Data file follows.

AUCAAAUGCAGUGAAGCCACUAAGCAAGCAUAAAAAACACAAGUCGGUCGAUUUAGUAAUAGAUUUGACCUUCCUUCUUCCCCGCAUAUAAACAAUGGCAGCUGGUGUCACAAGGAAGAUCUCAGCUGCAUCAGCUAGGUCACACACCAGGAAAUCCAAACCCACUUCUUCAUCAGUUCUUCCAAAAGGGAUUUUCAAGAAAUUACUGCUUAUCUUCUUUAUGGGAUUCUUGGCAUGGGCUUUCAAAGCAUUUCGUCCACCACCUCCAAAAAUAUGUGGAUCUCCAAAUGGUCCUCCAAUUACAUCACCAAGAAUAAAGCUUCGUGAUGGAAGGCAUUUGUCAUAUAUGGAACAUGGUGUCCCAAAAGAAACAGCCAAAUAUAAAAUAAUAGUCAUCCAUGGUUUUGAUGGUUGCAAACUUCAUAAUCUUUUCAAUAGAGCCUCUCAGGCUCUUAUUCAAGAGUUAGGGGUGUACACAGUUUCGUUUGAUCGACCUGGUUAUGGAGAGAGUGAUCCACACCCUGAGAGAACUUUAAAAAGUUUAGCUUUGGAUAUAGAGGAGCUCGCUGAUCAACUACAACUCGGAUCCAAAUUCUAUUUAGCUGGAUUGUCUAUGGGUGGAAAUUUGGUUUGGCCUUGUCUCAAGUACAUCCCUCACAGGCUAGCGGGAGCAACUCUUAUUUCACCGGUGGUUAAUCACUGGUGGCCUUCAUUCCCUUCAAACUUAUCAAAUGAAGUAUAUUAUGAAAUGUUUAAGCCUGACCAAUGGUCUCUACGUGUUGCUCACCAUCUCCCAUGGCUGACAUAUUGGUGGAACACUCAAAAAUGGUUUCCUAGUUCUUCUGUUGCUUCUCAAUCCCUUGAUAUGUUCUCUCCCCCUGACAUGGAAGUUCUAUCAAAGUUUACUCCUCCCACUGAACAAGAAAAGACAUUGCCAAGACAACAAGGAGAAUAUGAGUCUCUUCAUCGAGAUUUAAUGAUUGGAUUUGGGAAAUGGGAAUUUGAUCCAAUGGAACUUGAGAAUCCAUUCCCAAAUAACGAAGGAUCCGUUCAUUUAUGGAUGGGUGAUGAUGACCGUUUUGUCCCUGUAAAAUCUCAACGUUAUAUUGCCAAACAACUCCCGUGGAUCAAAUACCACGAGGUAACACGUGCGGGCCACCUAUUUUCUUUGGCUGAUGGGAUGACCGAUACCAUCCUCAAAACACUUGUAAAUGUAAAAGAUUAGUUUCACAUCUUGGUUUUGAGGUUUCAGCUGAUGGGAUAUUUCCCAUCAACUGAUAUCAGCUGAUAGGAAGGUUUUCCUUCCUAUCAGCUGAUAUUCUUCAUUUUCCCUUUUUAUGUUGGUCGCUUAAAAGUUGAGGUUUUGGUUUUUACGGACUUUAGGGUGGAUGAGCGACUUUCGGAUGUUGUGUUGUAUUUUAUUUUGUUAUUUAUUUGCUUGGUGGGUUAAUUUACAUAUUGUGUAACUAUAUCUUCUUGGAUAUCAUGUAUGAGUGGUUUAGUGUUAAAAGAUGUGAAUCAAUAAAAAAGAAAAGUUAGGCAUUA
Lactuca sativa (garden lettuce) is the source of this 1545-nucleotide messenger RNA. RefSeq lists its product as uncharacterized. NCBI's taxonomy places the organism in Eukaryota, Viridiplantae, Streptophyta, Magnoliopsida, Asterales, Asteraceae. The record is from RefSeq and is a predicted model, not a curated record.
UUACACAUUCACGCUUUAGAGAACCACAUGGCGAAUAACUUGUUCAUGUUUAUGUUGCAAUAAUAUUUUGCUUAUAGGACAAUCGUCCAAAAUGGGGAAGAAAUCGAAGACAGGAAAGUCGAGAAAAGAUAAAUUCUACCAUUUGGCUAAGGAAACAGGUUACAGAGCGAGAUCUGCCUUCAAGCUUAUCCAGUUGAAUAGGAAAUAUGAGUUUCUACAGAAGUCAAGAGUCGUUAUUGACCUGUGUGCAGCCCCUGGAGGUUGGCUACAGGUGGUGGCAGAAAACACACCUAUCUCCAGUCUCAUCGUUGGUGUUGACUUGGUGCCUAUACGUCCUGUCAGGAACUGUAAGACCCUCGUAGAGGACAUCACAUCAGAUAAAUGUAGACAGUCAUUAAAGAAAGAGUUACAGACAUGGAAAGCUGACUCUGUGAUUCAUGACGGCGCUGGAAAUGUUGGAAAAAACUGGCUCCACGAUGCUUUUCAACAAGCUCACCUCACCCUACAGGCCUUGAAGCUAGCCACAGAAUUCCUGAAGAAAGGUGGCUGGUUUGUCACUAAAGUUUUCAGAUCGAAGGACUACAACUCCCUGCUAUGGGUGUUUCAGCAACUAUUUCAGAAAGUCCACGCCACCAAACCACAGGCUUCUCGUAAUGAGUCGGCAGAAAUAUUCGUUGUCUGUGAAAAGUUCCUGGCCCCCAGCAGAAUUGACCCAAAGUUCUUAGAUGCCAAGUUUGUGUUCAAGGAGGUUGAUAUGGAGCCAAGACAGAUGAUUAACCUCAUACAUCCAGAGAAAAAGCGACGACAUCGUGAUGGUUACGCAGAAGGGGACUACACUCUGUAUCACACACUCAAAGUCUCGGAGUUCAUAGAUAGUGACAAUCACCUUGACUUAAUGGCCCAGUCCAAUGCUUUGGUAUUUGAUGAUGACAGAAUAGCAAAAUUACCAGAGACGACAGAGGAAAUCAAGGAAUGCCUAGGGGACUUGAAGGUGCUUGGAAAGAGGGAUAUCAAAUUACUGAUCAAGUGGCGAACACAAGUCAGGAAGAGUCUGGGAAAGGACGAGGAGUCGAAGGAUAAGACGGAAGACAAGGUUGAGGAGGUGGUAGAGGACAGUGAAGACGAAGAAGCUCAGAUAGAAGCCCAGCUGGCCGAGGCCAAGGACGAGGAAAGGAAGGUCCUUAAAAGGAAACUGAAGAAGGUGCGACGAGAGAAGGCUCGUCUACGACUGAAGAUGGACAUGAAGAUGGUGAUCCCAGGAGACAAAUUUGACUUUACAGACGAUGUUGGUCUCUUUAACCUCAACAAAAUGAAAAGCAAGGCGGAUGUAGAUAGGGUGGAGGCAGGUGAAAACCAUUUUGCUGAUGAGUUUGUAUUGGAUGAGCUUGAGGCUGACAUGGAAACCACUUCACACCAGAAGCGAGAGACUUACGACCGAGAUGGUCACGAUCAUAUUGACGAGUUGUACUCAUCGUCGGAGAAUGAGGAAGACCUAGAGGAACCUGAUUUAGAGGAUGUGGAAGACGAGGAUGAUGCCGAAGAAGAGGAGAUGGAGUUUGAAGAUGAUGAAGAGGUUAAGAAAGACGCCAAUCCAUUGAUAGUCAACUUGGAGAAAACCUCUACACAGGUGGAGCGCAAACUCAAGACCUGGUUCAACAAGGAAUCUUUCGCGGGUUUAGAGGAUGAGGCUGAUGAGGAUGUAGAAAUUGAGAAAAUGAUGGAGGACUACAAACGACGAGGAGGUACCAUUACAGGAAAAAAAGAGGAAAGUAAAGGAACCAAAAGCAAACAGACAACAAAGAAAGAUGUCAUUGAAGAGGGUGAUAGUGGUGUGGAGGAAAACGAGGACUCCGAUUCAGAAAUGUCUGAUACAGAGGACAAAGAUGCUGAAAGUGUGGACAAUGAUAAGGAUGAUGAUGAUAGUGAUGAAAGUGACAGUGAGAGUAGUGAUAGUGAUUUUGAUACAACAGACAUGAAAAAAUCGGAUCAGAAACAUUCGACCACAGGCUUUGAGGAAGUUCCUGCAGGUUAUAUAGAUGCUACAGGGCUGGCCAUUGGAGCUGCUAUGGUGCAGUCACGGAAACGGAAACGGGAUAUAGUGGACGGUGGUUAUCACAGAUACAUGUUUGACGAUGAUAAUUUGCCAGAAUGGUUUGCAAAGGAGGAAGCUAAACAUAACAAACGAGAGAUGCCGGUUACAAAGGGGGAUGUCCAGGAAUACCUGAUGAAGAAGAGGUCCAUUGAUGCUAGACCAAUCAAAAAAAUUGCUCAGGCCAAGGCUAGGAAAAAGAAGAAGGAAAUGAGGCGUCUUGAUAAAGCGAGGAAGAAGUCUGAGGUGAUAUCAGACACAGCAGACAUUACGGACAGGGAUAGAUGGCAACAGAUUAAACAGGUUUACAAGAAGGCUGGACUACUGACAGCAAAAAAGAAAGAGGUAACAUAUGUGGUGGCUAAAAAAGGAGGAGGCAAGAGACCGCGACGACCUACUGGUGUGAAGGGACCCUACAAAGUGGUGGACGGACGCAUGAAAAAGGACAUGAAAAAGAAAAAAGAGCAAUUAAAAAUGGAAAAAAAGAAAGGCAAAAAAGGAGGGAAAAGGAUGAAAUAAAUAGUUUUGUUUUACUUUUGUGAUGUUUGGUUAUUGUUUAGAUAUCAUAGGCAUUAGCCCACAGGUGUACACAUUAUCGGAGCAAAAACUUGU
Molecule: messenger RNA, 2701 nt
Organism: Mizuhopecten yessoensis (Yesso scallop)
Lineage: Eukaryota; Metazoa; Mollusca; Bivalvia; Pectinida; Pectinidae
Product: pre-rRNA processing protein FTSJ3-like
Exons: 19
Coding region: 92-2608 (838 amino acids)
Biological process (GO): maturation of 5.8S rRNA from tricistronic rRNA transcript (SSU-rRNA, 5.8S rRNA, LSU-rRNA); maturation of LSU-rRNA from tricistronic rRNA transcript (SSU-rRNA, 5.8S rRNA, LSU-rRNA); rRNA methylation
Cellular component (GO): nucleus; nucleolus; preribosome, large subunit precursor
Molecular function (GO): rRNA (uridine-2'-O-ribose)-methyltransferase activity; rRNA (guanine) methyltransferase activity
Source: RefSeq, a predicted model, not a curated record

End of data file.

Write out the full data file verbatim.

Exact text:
AUCAAAUGCAGUGAAGCCACUAAGCAAGCAUAAAAAACACAAGUCGGUCGAUUUAGUAAUAGAUUUGACCUUCCUUCUUCCCCGCAUAUAAACAAUGGCAGCUGGUGUCACAAGGAAGAUCUCAGCUGCAUCAGCUAGGUCACACACCAGGAAAUCCAAACCCACUUCUUCAUCAGUUCUUCCAAAAGGGAUUUUCAAGAAAUUACUGCUUAUCUUCUUUAUGGGAUUCUUGGCAUGGGCUUUCAAAGCAUUUCGUCCACCACCUCCAAAAAUAUGUGGAUCUCCAAAUGGUCCUCCAAUUACAUCACCAAGAAUAAAGCUUCGUGAUGGAAGGCAUUUGUCAUAUAUGGAACAUGGUGUCCCAAAAGAAACAGCCAAAUAUAAAAUAAUAGUCAUCCAUGGUUUUGAUGGUUGCAAACUUCAUAAUCUUUUCAAUAGAGCCUCUCAGGCUCUUAUUCAAGAGUUAGGGGUGUACACAGUUUCGUUUGAUCGACCUGGUUAUGGAGAGAGUGAUCCACACCCUGAGAGAACUUUAAAAAGUUUAGCUUUGGAUAUAGAGGAGCUCGCUGAUCAACUACAACUCGGAUCCAAAUUCUAUUUAGCUGGAUUGUCUAUGGGUGGAAAUUUGGUUUGGCCUUGUCUCAAGUACAUCCCUCACAGGCUAGCGGGAGCAACUCUUAUUUCACCGGUGGUUAAUCACUGGUGGCCUUCAUUCCCUUCAAACUUAUCAAAUGAAGUAUAUUAUGAAAUGUUUAAGCCUGACCAAUGGUCUCUACGUGUUGCUCACCAUCUCCCAUGGCUGACAUAUUGGUGGAACACUCAAAAAUGGUUUCCUAGUUCUUCUGUUGCUUCUCAAUCCCUUGAUAUGUUCUCUCCCCCUGACAUGGAAGUUCUAUCAAAGUUUACUCCUCCCACUGAACAAGAAAAGACAUUGCCAAGACAACAAGGAGAAUAUGAGUCUCUUCAUCGAGAUUUAAUGAUUGGAUUUGGGAAAUGGGAAUUUGAUCCAAUGGAACUUGAGAAUCCAUUCCCAAAUAACGAAGGAUCCGUUCAUUUAUGGAUGGGUGAUGAUGACCGUUUUGUCCCUGUAAAAUCUCAACGUUAUAUUGCCAAACAACUCCCGUGGAUCAAAUACCACGAGGUAACACGUGCGGGCCACCUAUUUUCUUUGGCUGAUGGGAUGACCGAUACCAUCCUCAAAACACUUGUAAAUGUAAAAGAUUAGUUUCACAUCUUGGUUUUGAGGUUUCAGCUGAUGGGAUAUUUCCCAUCAACUGAUAUCAGCUGAUAGGAAGGUUUUCCUUCCUAUCAGCUGAUAUUCUUCAUUUUCCCUUUUUAUGUUGGUCGCUUAAAAGUUGAGGUUUUGGUUUUUACGGACUUUAGGGUGGAUGAGCGACUUUCGGAUGUUGUGUUGUAUUUUAUUUUGUUAUUUAUUUGCUUGGUGGGUUAAUUUACAUAUUGUGUAACUAUAUCUUCUUGGAUAUCAUGUAUGAGUGGUUUAGUGUUAAAAGAUGUGAAUCAAUAAAAAAGAAAAGUUAGGCAUUA
Lactuca sativa (garden lettuce) is the source of this 1545-nucleotide messenger RNA. RefSeq lists its product as uncharacterized. NCBI's taxonomy places the organism in Eukaryota, Viridiplantae, Streptophyta, Magnoliopsida, Asterales, Asteraceae. The record is from RefSeq and is a predicted model, not a curated record.
UUACACAUUCACGCUUUAGAGAACCACAUGGCGAAUAACUUGUUCAUGUUUAUGUUGCAAUAAUAUUUUGCUUAUAGGACAAUCGUCCAAAAUGGGGAAGAAAUCGAAGACAGGAAAGUCGAGAAAAGAUAAAUUCUACCAUUUGGCUAAGGAAACAGGUUACAGAGCGAGAUCUGCCUUCAAGCUUAUCCAGUUGAAUAGGAAAUAUGAGUUUCUACAGAAGUCAAGAGUCGUUAUUGACCUGUGUGCAGCCCCUGGAGGUUGGCUACAGGUGGUGGCAGAAAACACACCUAUCUCCAGUCUCAUCGUUGGUGUUGACUUGGUGCCUAUACGUCCUGUCAGGAACUGUAAGACCCUCGUAGAGGACAUCACAUCAGAUAAAUGUAGACAGUCAUUAAAGAAAGAGUUACAGACAUGGAAAGCUGACUCUGUGAUUCAUGACGGCGCUGGAAAUGUUGGAAAAAACUGGCUCCACGAUGCUUUUCAACAAGCUCACCUCACCCUACAGGCCUUGAAGCUAGCCACAGAAUUCCUGAAGAAAGGUGGCUGGUUUGUCACUAAAGUUUUCAGAUCGAAGGACUACAACUCCCUGCUAUGGGUGUUUCAGCAACUAUUUCAGAAAGUCCACGCCACCAAACCACAGGCUUCUCGUAAUGAGUCGGCAGAAAUAUUCGUUGUCUGUGAAAAGUUCCUGGCCCCCAGCAGAAUUGACCCAAAGUUCUUAGAUGCCAAGUUUGUGUUCAAGGAGGUUGAUAUGGAGCCAAGACAGAUGAUUAACCUCAUACAUCCAGAGAAAAAGCGACGACAUCGUGAUGGUUACGCAGAAGGGGACUACACUCUGUAUCACACACUCAAAGUCUCGGAGUUCAUAGAUAGUGACAAUCACCUUGACUUAAUGGCCCAGUCCAAUGCUUUGGUAUUUGAUGAUGACAGAAUAGCAAAAUUACCAGAGACGACAGAGGAAAUCAAGGAAUGCCUAGGGGACUUGAAGGUGCUUGGAAAGAGGGAUAUCAAAUUACUGAUCAAGUGGCGAACACAAGUCAGGAAGAGUCUGGGAAAGGACGAGGAGUCGAAGGAUAAGACGGAAGACAAGGUUGAGGAGGUGGUAGAGGACAGUGAAGACGAAGAAGCUCAGAUAGAAGCCCAGCUGGCCGAGGCCAAGGACGAGGAAAGGAAGGUCCUUAAAAGGAAACUGAAGAAGGUGCGACGAGAGAAGGCUCGUCUACGACUGAAGAUGGACAUGAAGAUGGUGAUCCCAGGAGACAAAUUUGACUUUACAGACGAUGUUGGUCUCUUUAACCUCAACAAAAUGAAAAGCAAGGCGGAUGUAGAUAGGGUGGAGGCAGGUGAAAACCAUUUUGCUGAUGAGUUUGUAUUGGAUGAGCUUGAGGCUGACAUGGAAACCACUUCACACCAGAAGCGAGAGACUUACGACCGAGAUGGUCACGAUCAUAUUGACGAGUUGUACUCAUCGUCGGAGAAUGAGGAAGACCUAGAGGAACCUGAUUUAGAGGAUGUGGAAGACGAGGAUGAUGCCGAAGAAGAGGAGAUGGAGUUUGAAGAUGAUGAAGAGGUUAAGAAAGACGCCAAUCCAUUGAUAGUCAACUUGGAGAAAACCUCUACACAGGUGGAGCGCAAACUCAAGACCUGGUUCAACAAGGAAUCUUUCGCGGGUUUAGAGGAUGAGGCUGAUGAGGAUGUAGAAAUUGAGAAAAUGAUGGAGGACUACAAACGACGAGGAGGUACCAUUACAGGAAAAAAAGAGGAAAGUAAAGGAACCAAAAGCAAACAGACAACAAAGAAAGAUGUCAUUGAAGAGGGUGAUAGUGGUGUGGAGGAAAACGAGGACUCCGAUUCAGAAAUGUCUGAUACAGAGGACAAAGAUGCUGAAAGUGUGGACAAUGAUAAGGAUGAUGAUGAUAGUGAUGAAAGUGACAGUGAGAGUAGUGAUAGUGAUUUUGAUACAACAGACAUGAAAAAAUCGGAUCAGAAACAUUCGACCACAGGCUUUGAGGAAGUUCCUGCAGGUUAUAUAGAUGCUACAGGGCUGGCCAUUGGAGCUGCUAUGGUGCAGUCACGGAAACGGAAACGGGAUAUAGUGGACGGUGGUUAUCACAGAUACAUGUUUGACGAUGAUAAUUUGCCAGAAUGGUUUGCAAAGGAGGAAGCUAAACAUAACAAACGAGAGAUGCCGGUUACAAAGGGGGAUGUCCAGGAAUACCUGAUGAAGAAGAGGUCCAUUGAUGCUAGACCAAUCAAAAAAAUUGCUCAGGCCAAGGCUAGGAAAAAGAAGAAGGAAAUGAGGCGUCUUGAUAAAGCGAGGAAGAAGUCUGAGGUGAUAUCAGACACAGCAGACAUUACGGACAGGGAUAGAUGGCAACAGAUUAAACAGGUUUACAAGAAGGCUGGACUACUGACAGCAAAAAAGAAAGAGGUAACAUAUGUGGUGGCUAAAAAAGGAGGAGGCAAGAGACCGCGACGACCUACUGGUGUGAAGGGACCCUACAAAGUGGUGGACGGACGCAUGAAAAAGGACAUGAAAAAGAAAAAAGAGCAAUUAAAAAUGGAAAAAAAGAAAGGCAAAAAAGGAGGGAAAAGGAUGAAAUAAAUAGUUUUGUUUUACUUUUGUGAUGUUUGGUUAUUGUUUAGAUAUCAUAGGCAUUAGCCCACAGGUGUACACAUUAUCGGAGCAAAAACUUGU
Molecule: messenger RNA, 2701 nt
Organism: Mizuhopecten yessoensis (Yesso scallop)
Lineage: Eukaryota; Metazoa; Mollusca; Bivalvia; Pectinida; Pectinidae
Product: pre-rRNA processing protein FTSJ3-like
Exons: 19
Coding region: 92-2608 (838 amino acids)
Biological process (GO): maturation of 5.8S rRNA from tricistronic rRNA transcript (SSU-rRNA, 5.8S rRNA, LSU-rRNA); maturation of LSU-rRNA from tricistronic rRNA transcript (SSU-rRNA, 5.8S rRNA, LSU-rRNA); rRNA methylation
Cellular component (GO): nucleus; nucleolus; preribosome, large subunit precursor
Molecular function (GO): rRNA (uridine-2'-O-ribose)-methyltransferase activity; rRNA (guanine) methyltransferase activity
Source: RefSeq, a predicted model, not a curated record